Michael Vick a Free Man -- Sort of
This is not a stadium tunnel: Michael Vick leaves a courthouse. Unless you've been living under a rock, you know why; the NFL superstar was discovered to have been extensively involved in a dog fighting operation. He was released today from federal prison in Kansas to begin serving out the final phase of his sentence at home in Virginia. Here's a look at some of the highlights -- and lowlights -- of Michael Vick.
Michael Vick a Free Man -- Sort of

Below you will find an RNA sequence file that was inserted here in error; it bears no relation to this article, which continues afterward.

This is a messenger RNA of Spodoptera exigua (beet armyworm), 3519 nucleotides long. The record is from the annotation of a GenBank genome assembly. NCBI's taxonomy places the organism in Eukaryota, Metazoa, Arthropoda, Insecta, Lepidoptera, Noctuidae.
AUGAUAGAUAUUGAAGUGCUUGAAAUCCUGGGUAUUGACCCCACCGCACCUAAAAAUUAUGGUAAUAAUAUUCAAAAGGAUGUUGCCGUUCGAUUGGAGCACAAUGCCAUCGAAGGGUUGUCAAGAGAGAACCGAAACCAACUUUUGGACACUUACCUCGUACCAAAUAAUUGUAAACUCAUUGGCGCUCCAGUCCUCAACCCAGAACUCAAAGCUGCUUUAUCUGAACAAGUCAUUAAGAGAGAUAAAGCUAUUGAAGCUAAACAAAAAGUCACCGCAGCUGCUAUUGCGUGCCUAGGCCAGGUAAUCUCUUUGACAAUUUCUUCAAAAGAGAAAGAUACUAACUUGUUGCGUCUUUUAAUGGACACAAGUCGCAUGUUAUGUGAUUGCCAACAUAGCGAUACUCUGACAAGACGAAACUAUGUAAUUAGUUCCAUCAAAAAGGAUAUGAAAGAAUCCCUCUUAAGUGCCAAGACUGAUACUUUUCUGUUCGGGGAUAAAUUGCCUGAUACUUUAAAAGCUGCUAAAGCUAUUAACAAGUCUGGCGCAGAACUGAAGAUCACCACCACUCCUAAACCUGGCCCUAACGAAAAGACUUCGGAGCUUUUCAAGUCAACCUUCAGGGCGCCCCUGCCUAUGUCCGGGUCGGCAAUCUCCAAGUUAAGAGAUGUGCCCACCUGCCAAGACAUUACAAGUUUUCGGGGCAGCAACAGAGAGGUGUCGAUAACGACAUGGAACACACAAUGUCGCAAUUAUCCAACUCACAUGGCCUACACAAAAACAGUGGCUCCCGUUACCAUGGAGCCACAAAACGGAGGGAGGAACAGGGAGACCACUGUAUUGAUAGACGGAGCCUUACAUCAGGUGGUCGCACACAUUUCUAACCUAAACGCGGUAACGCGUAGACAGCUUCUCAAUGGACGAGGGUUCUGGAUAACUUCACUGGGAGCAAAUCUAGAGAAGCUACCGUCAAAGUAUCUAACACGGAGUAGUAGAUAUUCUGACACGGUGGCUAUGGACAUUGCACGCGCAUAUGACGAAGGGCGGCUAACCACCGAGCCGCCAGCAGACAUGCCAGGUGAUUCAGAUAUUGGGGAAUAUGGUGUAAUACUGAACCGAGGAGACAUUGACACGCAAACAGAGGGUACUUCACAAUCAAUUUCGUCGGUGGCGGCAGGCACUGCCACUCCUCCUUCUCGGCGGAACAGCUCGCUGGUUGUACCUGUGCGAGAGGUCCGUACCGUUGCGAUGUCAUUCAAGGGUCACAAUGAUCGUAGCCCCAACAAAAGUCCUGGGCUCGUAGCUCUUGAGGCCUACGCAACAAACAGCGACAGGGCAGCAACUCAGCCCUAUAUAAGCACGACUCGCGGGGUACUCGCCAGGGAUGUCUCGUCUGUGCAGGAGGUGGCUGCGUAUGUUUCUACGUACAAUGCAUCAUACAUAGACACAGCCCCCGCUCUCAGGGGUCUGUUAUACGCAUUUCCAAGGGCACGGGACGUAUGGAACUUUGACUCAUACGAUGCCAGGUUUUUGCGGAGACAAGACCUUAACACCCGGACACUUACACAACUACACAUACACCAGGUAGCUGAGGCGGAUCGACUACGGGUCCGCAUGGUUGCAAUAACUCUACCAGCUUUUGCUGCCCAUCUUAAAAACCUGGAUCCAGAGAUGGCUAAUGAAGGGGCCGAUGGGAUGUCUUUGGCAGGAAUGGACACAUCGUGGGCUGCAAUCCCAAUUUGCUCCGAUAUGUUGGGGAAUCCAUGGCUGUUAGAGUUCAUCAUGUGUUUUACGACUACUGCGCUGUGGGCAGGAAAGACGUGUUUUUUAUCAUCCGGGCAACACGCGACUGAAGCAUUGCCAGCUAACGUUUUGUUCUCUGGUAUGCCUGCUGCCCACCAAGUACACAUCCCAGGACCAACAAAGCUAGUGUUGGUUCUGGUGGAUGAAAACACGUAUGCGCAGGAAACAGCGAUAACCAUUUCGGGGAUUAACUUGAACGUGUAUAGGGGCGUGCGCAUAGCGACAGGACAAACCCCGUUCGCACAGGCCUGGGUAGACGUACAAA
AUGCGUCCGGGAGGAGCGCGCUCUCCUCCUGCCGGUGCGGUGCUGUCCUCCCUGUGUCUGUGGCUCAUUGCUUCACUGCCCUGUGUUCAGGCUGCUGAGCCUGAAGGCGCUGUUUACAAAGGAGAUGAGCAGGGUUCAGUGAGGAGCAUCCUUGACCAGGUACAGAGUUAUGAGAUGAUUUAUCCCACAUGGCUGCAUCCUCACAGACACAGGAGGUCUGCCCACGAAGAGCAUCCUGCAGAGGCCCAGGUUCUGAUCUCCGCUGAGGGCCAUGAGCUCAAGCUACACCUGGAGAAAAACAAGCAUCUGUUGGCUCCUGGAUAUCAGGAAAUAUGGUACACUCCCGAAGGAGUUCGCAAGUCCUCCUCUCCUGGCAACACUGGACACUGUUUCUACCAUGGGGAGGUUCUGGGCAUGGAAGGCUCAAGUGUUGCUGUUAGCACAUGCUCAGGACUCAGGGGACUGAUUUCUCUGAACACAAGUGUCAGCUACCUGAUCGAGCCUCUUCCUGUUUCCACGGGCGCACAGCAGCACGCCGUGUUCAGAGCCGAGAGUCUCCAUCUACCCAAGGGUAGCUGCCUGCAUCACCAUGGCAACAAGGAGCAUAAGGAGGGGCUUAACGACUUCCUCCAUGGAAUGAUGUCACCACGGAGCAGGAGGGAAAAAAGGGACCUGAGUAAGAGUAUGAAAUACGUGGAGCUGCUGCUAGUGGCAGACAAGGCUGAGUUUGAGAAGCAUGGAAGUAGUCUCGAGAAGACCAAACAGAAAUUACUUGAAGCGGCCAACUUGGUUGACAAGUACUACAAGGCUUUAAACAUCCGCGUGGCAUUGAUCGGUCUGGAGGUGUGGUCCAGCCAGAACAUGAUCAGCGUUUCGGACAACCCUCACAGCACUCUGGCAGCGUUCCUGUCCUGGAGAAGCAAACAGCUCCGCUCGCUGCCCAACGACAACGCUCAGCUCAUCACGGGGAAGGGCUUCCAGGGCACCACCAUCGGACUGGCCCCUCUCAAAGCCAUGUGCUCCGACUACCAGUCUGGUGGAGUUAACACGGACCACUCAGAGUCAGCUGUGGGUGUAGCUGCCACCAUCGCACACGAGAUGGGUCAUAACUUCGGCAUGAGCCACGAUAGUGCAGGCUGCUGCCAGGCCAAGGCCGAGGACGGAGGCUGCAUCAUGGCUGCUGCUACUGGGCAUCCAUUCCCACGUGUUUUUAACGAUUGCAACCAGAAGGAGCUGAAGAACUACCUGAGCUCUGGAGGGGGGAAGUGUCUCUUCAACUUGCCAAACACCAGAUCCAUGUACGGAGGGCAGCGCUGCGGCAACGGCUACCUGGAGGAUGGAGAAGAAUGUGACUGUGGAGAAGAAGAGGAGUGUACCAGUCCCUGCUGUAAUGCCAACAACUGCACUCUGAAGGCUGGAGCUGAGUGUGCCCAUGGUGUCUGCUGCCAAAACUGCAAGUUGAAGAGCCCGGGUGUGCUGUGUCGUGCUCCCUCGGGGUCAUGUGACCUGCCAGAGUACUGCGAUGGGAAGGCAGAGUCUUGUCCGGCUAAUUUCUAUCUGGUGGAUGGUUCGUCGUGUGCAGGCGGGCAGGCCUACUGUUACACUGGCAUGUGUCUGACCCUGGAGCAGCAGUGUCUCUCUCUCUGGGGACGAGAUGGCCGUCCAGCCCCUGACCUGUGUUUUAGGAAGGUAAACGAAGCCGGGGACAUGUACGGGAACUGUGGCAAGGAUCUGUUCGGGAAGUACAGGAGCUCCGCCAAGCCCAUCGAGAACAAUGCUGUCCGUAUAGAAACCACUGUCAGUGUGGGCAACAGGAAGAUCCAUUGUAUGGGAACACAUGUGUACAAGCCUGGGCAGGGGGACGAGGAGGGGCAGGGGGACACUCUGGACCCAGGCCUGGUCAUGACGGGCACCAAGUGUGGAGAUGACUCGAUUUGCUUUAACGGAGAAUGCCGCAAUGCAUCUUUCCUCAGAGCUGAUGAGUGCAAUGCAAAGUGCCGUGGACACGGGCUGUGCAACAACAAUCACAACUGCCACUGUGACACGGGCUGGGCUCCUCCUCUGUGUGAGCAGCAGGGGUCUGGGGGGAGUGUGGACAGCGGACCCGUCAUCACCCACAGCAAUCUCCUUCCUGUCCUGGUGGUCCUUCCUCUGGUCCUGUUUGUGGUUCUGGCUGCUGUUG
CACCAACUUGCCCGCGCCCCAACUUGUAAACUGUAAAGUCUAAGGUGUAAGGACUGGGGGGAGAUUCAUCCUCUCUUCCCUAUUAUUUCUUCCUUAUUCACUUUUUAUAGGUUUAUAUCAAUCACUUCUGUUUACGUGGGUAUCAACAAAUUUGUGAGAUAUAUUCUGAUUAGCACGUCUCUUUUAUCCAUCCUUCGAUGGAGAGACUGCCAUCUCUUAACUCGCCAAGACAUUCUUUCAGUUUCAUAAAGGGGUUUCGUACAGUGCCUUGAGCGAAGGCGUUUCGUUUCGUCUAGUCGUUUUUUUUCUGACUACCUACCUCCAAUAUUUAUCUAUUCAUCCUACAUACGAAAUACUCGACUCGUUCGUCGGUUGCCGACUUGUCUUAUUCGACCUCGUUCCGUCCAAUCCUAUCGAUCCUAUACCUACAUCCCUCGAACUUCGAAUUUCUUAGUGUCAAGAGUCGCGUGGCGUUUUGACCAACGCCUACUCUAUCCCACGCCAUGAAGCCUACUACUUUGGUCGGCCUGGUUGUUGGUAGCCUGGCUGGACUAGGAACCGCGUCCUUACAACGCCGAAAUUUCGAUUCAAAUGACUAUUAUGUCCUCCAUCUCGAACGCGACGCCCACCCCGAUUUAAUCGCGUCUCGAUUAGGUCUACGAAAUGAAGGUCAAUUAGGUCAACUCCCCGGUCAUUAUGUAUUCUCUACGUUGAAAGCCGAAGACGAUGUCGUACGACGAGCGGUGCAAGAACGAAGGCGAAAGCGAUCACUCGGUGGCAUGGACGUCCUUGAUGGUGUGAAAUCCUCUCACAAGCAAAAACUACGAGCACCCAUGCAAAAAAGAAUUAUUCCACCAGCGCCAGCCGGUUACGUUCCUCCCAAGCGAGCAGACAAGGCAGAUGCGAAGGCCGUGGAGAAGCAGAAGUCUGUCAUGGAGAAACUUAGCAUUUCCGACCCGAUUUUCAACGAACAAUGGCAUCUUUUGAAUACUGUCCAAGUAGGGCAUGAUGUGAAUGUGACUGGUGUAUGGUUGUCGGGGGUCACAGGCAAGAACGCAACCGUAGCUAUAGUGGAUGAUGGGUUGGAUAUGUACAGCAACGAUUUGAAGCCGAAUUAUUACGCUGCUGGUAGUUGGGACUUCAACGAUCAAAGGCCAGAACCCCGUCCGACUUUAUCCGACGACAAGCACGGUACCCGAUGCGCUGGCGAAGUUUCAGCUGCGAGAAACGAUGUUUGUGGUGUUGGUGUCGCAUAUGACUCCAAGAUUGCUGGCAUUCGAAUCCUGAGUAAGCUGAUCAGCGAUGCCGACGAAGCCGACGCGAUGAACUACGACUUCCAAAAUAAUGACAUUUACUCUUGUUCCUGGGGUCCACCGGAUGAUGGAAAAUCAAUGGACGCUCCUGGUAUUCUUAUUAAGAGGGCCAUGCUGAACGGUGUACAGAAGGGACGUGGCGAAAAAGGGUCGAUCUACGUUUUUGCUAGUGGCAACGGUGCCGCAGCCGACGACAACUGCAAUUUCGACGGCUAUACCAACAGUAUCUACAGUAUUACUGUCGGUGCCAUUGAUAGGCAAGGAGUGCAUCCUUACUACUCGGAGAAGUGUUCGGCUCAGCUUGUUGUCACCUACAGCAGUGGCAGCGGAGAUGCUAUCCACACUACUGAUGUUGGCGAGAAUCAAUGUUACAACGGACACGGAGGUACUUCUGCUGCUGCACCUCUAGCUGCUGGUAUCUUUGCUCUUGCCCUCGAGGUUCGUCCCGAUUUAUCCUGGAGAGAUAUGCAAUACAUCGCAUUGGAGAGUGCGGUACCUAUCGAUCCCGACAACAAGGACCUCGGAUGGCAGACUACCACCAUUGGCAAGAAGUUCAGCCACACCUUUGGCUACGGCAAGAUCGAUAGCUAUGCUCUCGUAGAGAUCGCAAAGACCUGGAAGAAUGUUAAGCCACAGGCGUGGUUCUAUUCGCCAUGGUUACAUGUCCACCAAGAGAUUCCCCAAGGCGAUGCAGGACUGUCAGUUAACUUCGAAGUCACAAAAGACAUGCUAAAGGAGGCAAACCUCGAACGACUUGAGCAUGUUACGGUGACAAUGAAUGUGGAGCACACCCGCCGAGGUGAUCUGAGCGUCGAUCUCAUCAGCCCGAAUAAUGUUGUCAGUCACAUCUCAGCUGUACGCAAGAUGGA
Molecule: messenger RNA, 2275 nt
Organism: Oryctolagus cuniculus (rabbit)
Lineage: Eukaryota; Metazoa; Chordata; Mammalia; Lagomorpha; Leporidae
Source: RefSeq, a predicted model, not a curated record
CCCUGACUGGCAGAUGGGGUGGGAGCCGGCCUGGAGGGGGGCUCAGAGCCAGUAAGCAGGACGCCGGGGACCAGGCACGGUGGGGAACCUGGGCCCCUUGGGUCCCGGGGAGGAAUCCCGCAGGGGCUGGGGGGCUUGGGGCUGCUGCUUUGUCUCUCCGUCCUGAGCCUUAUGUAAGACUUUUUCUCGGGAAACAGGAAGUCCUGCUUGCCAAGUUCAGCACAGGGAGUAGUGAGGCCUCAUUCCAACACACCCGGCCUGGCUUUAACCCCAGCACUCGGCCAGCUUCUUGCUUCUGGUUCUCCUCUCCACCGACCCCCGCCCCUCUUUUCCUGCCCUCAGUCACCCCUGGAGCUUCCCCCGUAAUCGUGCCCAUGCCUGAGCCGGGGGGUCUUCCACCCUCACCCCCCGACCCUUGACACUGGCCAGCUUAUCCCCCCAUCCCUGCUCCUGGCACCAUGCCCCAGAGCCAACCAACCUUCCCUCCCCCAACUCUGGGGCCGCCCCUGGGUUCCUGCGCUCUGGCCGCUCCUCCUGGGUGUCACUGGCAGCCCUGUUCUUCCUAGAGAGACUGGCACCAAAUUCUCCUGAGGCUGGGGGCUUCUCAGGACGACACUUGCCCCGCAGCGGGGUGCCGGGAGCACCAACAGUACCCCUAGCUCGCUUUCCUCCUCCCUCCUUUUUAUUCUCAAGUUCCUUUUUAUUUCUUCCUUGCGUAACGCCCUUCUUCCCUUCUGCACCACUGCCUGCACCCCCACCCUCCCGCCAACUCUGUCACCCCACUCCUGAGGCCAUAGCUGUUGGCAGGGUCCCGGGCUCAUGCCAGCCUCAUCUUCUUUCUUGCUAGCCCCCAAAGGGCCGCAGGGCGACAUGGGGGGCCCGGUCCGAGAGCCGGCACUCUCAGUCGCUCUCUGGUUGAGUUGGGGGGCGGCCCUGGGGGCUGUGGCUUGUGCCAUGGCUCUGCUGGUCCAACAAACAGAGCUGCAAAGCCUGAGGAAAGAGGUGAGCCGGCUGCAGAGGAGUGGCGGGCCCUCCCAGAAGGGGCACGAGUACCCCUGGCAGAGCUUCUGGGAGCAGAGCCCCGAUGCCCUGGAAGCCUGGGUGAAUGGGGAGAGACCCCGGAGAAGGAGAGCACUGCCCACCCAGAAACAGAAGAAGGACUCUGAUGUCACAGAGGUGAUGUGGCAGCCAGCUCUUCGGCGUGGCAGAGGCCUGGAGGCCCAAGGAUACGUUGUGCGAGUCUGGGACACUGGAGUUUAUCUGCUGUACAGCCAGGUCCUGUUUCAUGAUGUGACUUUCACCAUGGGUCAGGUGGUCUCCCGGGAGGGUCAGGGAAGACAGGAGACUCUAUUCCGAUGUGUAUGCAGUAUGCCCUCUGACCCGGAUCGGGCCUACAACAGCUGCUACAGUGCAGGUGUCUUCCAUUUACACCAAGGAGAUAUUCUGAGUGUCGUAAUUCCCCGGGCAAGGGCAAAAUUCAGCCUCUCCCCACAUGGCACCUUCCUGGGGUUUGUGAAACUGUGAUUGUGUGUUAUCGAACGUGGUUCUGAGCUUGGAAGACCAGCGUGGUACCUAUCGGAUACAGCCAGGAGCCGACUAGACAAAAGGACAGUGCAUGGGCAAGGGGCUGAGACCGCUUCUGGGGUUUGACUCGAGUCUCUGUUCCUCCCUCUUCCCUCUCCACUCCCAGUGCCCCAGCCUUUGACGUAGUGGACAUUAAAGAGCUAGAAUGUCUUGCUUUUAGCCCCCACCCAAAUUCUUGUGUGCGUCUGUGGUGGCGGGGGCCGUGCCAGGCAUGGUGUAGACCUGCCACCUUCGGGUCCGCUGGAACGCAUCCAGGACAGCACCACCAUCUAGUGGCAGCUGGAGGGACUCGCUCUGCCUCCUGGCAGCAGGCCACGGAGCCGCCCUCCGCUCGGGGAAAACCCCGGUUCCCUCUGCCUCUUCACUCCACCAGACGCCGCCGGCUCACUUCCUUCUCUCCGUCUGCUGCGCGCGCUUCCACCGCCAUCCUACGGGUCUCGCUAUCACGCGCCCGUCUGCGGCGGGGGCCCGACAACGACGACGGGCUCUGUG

Fallen NFL star has been released from prison, is headed for home confinement and then maybe the gridiron. This is not a stadium tunnel: Michael Vick leaves a courthouse in 2008. Unless you've been living under a rock, you know why; the NFL superstar was discovered to have been extensively involved in a dog fighting operation. He is to be released today to from federal prison in Kansas to begin serving out the final phase of his sentence at home in Virginia. Here's a look at some of the highlights -- and lowlights -- of Michael Vick. In his first game as a redshirt freshman at Virginia Tech, Vick scored three rushing touchdowns in just over a quarter. Sure, it was against the limp D of James Madison, but still: a star was born. Vick led the Hokies to an 11-0 season before suffering defeat in the BCS title game at the hands of Florida State. He also led the NCAA in passing efficiency, setting a record for freshman, earned two college MVP awards, and finished third in Heisman voting -- the highest showing ever for a freshman at the time. Mindful that his family was still in the projects in Newport News, Va., Vick declared early for the NFL draft after his sophomore season and became the first African-American quarterback ever selected with the first pick. Adrien Brody does not attempted to kiss him. San Diego traded their no. 1 pick to Atlanta the day before the draft, so Vick became a Falcon. He was also drafted in the 30th round of the Major League Baseball draft, even though he didn't play baseball in college. After a year of back-up duty, Vick started in 2002 -- and went on to rush for 173 yards against Minnesota, a record for a quarterback. He made his first Pro Bowl appearance and was a candidate for MVP. Vick, shown in Tokyo for the "American Bowl," holds numerous NFL quarterback records, including most rushing yards in a single season, highest average per carry in a season, most 100-yard career rushing games, and, probably, farthest fall from grace. Vick's on-field accomplishments were appreciated even at MTV's TRL, where T.I. showed a little support. But off-field incidents were beginning to whittle away his endorsement deals, which had placed him 33rd on Forbes' list of Top Celebrities in 2005. In 2004, two men distributing marijuana in Newport News, Va., were arrested in a truck registered to Vick. Later that year, two of Vick's entourage were caught on tape stealing a watch from an airport security screener as they and Vick waited to board an AirTran flight. Picture this, but with one less finger, and probably not a smile: After a loss in 2006, Vick was fined $10,000 for each of the birds he gave to his own fans as he left the field after a loss to New Orleans. Warrick Dunn would never! Ladies... In 2005, Vick gave us the greatest alias ever thought of, by anyone, ever. A former girlfriend sued him for failing to inform her he had genital herpes, alleging that he visited clinics under the name "Ron Mexico" to receive treatment. Fans began wearing "Mexico" jerseys until the NFL banned them. Vick settled both out of court and in the care of his bathing suit area. Allegedly. Oh, but that was nothing. The fun began in earnest in April 2007 when authorities, investigating Vick's cousin in a drug case, uncovered evidence of dog fighting at a rural Virginia property owned by Vick. Say cheese! Vick speaks at a press conference following a court appearance in August of 2007. The police rescued 49 dogs from his property, where they found extensive facilities built for fighting as well as evidence of drugs and gambling. We were shocked -- shocked, we say! -- to find gambling in a dog fighting establishment. Vick and three friends were indicted on federal felony and misdemeanor charges relating to his direct involvement in "Bad Newz Kennels," which had been in operation for six years. He plead guilty to avoid further charges like racketeering. The details that leaked from the case were gruesome, and the public outcry very, very loud. Dogs had been hung, drowned, electrocuted and shot. America was also introduced to the horrors of the "rape stand," where dog babies are made. His teammates showed support, but it was futile: Vick would go away for a while, and Atlanta would not want him back. Vick was sentenced to 23 months in federal prison, with 15% off if he behaved himself, followed by three years of probation. The State of Virginia will has suspended prison time on condition of good behavior until November of 2012. Oh, PETA. The animal rights group was understandably livid, but didn't draw the line at embarrassing perfectly fine dogs by putting them in sandwich boards of protest. If Vick is your dog, do you rape stand him? Falcons fans just wanted to win again. When he negotiated a $130 million contract with Atlanta in 2004, it made Vick the highest paid player in the NFL. The arrest put his finances in the spotlight, and hastened a few financial claims against him. His Duluth, GA home went up for auction. Vick's house failed to sell at auction, which won't help him out with the judge tasked with approving Vick's bankruptcy plan. The plan hinges on Vick making a lucrative return to the NFL, but the no-nonsense judge has suggested that Vick shouldn't try to keep all his mansions while unable to pay his bills. That's crazy talk! Perhaps it was the combination of lion heads and really, really bad wall art. Or an indication of just how much people hate Michael Vick. Only two interested parties showed up at the sale. Perhaps this is how he should have exploited them! Vick's former dogs are now featured on wine labels. Their stories are printed on the back, and 10% of each sale is donated to the Utah shelter that housed many of them. (Later, we're putting our own face on a wine label.) National Geographic's mini-doc "Dogtown: Saving the Michael Vick Dogs" told the stories of several of Vick's dogs, which have been rehabilitated and adopted. It remains to be seen if Vick's career will be as resilient as the abused dogs are. What's next for Vick? A period of home confinement, and then either a hard hat or a helmet. "I believe that all of us make mistakes," said old friend and potential future boss John Robert Lawson II, who's promised Vick a $10-an-hour construction job. "And once you have paid the price and fulfilled your commitment, you should be given a second chance." If that's not enough to inspire Vick to work towards the NFL …